filter(eq0)(map0) 527.7883 us 69.61809 us 499.8775 us 174.2209 us 839.2031 us 242.6149 us 542.4786 us 69.63563 us 1.015737 ms 69.34671 us 622.5425 us 69.89652 us 619.5380 us 331.1557 us
filter(eq0)(^0) 153.7917 us 45.96399 us 87.08318 us 94.22360 us 648.8350 us 308.5451 us 162.6549 us 45.75672 us 417.1879 us 52.15233 us 126.1947 us 45.52413 us 214.1162 us 201.7559 us
zip_filter 696.4477 us 76.31172 us 631.0826 us 466.6432 us 1.158844 ms 334.0208 us 735.2156 us 76.24536 us 1.042058 ms 99.80086 us 635.7235 us 100.4251 us 588.1413 us 341.6012 us
filter_zip 741.1476 us 81.01137 us 467.9363 us 468.8768 us 1.073220 ms 239.6135 us 789.2609 us 79.83034 us 1.249209 ms 80.92583 us 835.3062 us 87.66268 us 507.6646 us 255.4129 us
filter_evens 315.2792 us 59.13895 us 185.6894 us 182.2491 us 342.7927 us 58.59793 us 321.4253 us 337.2523 us
sum($a*$b) 889.3029 us 115.0304 us 1.113731 ms 1.130831 ms 837.7596 us 145.4783 us 630.7635 us 115.0499 us 1.046405 ms 73.86368 us 956.1445 us 74.39775 us 310.2107 us 99.39568 us
sum($a*$b)(zip) 893.2471 us 114.9057 us 1.890718 ms 1.420020 ms 624.3066 us 114.8766 us 371.0969 us 99.43429 us
sum[m..n] 480.6165 us 53.50359 us 1.006370 ms 646.0969 us 599.5453 us 235.4800 us 257.9740 us 53.76784 us 520.8189 us 129.2202 us 455.0702 us 133.0979 us 450.9119 us 134.6730 us
sumsq(map) 601.0236 us 67.20919 us 1.389623 ms 653.9266 us 916.6944 us 292.8844 us 361.3013 us 67.21005 us 633.0462 us 143.1072 us 632.7607 us 142.2476 us 626.6808 us 143.5639 us
sumsq(zip) 581.3862 us 67.24133 us 2.487876 ms 1.928390 ms 1.391611 ms 311.0818 us 931.6956 us 160.3321 us 2.725828 ms 369.7680 us 1.892799 ms 380.4847 us 1.770848 ms 914.5373 us
sum_evens 522.6244 us 120.4421 us 377.5469 us 401.7939 us 283.7662 us 120.4255 us 293.9641 us 150.9723 us

NoSlow can also be used to see how well different GHC versions optimise array loops. Here is a comparison of the current HEAD to GHC 6.10.4 (2 means 6.13 is 2x slower, 0.5 means it is 2x faster).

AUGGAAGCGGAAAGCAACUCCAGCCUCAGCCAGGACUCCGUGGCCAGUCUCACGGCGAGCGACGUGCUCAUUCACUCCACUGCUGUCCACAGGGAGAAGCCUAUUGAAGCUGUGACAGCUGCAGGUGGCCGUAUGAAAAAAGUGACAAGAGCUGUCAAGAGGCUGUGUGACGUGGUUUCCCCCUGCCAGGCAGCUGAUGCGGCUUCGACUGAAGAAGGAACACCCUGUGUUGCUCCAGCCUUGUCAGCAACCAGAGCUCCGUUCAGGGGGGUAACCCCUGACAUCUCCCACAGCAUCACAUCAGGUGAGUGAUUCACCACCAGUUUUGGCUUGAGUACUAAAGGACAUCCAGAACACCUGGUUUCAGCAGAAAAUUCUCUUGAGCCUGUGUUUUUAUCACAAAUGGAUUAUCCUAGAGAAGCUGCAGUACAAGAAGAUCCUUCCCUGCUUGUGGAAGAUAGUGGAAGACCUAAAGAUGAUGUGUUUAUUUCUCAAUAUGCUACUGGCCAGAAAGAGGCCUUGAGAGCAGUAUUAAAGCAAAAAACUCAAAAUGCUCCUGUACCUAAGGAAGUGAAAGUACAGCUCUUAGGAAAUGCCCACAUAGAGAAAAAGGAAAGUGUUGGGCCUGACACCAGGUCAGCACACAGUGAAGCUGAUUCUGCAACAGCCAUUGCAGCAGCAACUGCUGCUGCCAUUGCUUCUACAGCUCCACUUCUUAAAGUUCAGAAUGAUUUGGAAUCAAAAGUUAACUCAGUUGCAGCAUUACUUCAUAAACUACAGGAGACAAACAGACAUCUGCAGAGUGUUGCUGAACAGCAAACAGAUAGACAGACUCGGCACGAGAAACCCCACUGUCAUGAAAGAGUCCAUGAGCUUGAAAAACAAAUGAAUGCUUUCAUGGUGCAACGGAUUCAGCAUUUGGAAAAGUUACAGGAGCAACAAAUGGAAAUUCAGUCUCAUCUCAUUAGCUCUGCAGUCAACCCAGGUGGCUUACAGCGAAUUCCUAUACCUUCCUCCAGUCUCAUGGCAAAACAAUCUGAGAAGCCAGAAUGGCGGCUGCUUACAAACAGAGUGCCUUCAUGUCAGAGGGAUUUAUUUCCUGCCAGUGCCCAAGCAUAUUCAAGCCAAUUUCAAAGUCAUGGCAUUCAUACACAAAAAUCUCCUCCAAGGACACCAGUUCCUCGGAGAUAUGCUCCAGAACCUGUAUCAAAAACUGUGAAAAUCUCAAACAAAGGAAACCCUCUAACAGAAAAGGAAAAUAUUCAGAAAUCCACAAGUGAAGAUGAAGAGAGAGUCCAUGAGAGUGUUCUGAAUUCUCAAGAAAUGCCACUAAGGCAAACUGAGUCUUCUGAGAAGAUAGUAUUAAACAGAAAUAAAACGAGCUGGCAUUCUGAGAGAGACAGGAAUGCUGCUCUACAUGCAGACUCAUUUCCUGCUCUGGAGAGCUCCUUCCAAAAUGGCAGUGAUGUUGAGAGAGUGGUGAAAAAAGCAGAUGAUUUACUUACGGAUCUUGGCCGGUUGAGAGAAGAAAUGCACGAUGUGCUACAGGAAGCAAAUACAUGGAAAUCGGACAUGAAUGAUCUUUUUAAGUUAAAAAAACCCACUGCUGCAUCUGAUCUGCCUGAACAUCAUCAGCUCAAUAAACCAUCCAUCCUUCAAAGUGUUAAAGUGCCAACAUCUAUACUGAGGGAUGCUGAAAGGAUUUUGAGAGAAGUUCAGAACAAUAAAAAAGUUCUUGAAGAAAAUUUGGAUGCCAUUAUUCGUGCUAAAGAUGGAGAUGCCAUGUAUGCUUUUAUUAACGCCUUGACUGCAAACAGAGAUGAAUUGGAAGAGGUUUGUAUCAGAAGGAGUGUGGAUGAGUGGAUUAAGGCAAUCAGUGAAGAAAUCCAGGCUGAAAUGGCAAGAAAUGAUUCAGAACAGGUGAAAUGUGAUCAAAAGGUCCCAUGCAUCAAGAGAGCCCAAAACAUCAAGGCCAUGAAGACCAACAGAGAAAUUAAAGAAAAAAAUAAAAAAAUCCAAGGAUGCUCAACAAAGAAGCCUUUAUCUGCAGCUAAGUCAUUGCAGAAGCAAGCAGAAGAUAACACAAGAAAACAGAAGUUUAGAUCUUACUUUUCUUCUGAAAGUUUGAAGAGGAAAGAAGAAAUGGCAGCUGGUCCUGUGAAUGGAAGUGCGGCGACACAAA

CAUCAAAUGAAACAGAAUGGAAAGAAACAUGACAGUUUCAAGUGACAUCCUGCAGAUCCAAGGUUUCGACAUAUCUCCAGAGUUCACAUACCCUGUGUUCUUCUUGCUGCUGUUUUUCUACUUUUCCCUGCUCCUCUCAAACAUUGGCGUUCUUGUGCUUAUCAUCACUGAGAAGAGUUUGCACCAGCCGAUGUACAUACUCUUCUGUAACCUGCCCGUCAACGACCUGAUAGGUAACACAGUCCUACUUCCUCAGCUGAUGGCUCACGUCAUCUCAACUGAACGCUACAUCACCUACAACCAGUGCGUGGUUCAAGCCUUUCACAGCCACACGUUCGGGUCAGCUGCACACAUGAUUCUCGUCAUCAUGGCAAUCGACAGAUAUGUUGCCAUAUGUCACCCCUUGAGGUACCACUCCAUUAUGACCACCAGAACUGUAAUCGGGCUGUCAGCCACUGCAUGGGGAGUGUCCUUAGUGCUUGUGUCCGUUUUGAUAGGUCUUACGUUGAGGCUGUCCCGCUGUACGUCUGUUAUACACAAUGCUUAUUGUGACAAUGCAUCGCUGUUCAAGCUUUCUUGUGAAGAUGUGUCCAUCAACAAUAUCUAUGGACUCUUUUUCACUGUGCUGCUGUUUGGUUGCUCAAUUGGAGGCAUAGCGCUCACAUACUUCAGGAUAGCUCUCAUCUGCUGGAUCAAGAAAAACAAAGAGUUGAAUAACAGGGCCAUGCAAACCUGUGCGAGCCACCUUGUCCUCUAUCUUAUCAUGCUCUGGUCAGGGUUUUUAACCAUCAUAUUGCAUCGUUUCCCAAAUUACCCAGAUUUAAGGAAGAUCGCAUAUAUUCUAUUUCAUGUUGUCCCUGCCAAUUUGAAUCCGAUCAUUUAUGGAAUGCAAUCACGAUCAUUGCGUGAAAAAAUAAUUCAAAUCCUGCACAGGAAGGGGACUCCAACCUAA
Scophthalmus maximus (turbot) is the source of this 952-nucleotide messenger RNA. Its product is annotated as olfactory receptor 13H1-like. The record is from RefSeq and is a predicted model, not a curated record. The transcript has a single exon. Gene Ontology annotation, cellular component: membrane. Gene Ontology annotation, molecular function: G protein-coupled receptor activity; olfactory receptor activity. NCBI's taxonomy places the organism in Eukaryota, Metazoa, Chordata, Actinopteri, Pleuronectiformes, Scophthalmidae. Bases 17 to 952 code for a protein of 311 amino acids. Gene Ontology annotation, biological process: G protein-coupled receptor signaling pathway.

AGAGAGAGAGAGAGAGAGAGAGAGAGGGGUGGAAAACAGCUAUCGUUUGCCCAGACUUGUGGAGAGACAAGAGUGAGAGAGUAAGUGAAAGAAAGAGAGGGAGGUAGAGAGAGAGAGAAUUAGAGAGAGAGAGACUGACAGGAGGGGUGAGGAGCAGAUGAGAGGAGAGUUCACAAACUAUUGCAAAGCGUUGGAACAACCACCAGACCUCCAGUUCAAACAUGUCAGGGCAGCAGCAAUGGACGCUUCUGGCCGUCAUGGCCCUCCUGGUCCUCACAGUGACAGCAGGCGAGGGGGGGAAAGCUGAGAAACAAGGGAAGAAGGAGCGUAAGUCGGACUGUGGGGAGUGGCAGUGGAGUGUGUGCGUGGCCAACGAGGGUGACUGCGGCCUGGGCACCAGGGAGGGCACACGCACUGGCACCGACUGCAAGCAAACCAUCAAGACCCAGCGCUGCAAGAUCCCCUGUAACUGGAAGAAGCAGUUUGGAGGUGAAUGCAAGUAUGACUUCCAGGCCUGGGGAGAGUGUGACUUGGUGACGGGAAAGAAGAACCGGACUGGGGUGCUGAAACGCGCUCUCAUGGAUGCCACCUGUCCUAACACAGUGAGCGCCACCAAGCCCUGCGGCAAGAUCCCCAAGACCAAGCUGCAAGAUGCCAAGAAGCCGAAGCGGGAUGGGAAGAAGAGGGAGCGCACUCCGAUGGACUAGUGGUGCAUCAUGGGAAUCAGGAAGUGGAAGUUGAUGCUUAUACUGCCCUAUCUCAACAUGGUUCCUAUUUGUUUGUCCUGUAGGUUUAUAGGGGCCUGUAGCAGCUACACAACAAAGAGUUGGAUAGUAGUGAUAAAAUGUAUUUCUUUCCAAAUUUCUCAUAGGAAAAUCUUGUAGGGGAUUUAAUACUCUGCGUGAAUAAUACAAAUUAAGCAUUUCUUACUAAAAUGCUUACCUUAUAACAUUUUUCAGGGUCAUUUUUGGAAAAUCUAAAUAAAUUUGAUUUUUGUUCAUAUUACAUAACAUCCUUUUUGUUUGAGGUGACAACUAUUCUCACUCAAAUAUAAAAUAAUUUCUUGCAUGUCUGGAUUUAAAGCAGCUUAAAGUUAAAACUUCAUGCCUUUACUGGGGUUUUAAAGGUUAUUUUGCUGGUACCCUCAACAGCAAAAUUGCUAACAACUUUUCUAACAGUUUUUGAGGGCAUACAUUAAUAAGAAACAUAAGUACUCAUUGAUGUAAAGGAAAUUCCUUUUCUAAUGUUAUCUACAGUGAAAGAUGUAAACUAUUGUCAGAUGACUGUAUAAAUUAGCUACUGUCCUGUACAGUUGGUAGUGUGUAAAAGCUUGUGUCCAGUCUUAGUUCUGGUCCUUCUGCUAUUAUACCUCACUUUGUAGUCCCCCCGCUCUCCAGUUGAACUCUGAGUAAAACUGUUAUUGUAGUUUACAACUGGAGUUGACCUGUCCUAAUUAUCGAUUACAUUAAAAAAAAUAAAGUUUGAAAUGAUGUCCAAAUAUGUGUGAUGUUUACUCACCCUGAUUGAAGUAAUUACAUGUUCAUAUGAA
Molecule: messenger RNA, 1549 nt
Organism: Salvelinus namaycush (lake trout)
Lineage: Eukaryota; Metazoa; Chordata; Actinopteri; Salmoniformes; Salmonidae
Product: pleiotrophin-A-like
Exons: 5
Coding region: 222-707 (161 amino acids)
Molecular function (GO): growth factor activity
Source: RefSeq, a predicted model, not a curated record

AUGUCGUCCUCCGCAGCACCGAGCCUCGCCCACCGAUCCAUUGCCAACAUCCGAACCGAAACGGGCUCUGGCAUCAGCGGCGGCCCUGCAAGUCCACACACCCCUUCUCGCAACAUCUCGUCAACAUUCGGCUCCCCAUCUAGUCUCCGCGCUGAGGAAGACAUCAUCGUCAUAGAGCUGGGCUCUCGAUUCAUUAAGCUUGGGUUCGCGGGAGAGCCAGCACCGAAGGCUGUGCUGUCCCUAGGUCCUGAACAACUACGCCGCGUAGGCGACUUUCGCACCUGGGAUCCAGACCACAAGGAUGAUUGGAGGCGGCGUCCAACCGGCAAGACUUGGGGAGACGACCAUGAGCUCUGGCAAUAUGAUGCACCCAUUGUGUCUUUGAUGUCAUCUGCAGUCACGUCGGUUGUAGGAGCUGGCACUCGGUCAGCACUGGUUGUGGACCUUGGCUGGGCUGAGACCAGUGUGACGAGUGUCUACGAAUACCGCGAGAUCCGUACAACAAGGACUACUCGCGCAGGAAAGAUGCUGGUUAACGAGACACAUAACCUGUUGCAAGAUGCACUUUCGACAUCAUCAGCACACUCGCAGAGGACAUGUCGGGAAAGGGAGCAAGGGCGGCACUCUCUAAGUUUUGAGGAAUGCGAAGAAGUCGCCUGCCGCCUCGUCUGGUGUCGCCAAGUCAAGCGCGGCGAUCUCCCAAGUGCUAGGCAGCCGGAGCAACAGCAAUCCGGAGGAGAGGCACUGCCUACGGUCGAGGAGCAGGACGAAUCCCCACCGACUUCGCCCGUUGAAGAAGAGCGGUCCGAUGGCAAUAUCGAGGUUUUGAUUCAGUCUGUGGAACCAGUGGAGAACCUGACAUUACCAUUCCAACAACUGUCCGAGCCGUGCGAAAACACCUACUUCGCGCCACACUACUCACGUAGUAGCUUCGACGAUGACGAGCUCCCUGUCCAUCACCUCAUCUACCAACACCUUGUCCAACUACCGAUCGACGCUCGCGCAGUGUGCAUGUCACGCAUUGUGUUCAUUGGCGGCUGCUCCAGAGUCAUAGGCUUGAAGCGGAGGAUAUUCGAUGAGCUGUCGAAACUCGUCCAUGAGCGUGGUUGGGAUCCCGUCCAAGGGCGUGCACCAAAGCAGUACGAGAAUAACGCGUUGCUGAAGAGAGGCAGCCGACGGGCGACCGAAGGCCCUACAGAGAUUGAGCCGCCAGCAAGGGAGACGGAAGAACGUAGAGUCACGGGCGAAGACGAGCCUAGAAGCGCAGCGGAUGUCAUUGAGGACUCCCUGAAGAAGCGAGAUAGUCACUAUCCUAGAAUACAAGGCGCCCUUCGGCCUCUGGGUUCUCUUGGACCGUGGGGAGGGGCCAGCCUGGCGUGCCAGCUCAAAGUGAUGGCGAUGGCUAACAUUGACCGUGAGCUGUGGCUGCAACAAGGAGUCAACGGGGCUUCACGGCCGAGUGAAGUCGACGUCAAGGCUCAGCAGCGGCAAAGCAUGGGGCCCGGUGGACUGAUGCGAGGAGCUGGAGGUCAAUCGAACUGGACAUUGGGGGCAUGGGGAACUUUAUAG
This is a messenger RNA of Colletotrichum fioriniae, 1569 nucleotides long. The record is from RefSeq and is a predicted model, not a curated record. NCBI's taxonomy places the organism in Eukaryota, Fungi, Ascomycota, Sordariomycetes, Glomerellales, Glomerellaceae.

NoSlow results for GHC 6.13.20091124 vs GHC 6.10.4
dph-prim list storablevector uvector vector
seq Primitive Storable boxed
*Double Double *Double Double *Double Double *Double Double *Double Double *Double Double *Double Double
$a+1 0.169 0.998 1.821 1.023 0.879 1.000 0.183 1.000 0.109 0.019 0.069 1.000 0.994 0.985
$a+^1 0.178 1.001 1.027 1.029 0.068 0.114 0.130 1.001 0.058 0.014 0.031 0.999 1.011 1.004
$a+x 0.172 1.004 1.138 0.989 0.970 1.006 0.185 1.005 0.121 0.018 0.072 1.002 1.024 0.965
$a+^x 0.173 0.982 1.034 1.023 0.068 0.127 0.132 0.992 0.060 0.013 0.032 1.007 1.012 0.979
$a+x+x+x+x 0.400 1.019 1.082 1.007 1.033 0.274 0.386 1.019 0.059 0.008 0.049 0.089 1.034 0.981
$a+$b 0.214 0.966 1.014 1.010 0.067 1.226 0.223 0.966 0.121 0.014 0.072 1.000 0.974 0.984
$a+$b(zip) 0.213 0.965 1.740 1.358 0.223 0.963 0.984 1.002
x*$a+$b 0.251 0.997 1.000 0.982 0.101 1.065 0.263 0.997 0.085 0.020 0.051 1.292 1.007 1.034
($a+$b)*($c+$d) 0.287 0.199 1.168 1.483 0.064 0.271 0.293 0.199 0.101 0.061 0.060 1.058 0.992 1.299
($a+$b)*($c+$d)(zip) 0.302 1.262 1.301 0.906 0.350 1.257 0.949 1.249
(x+$a)*(y+$b) 0.298 1.119 1.019 0.929 0.138 0.372 0.270 1.119 0.080 0.008 0.059 0.136 0.991 1.001
(^x+$a)*(^y+$b) 0.323 0.166 0.911 1.057 0.074 0.114 0.207 0.199 0.061 0.039 0.043 0.799 1.123 1.200
filter(neq0)(map0) 0.374 0.999 1.275 0.990 0.828 0.519 0.364 1.000 0.067 0.047 0.064 0.999 0.986 0.982
filter(neq0)(^0) 0.191 0.949 0.062 1.000 0.189 0.090 0.180 1.016 0.004 0.036 0.004 1.014 0.423 1.029
filter(eq0)(map0) 0.220 1.000 1.163 1.049 0.334 0.805 0.231 1.005 0.090 0.019 0.057 1.003 0.981 1.014
filter(eq0)(^0) 0.131 1.010 0.435 1.177 0.164 0.154 0.137 1.008 0.050 0.019 0.014 1.003 0.738 1.060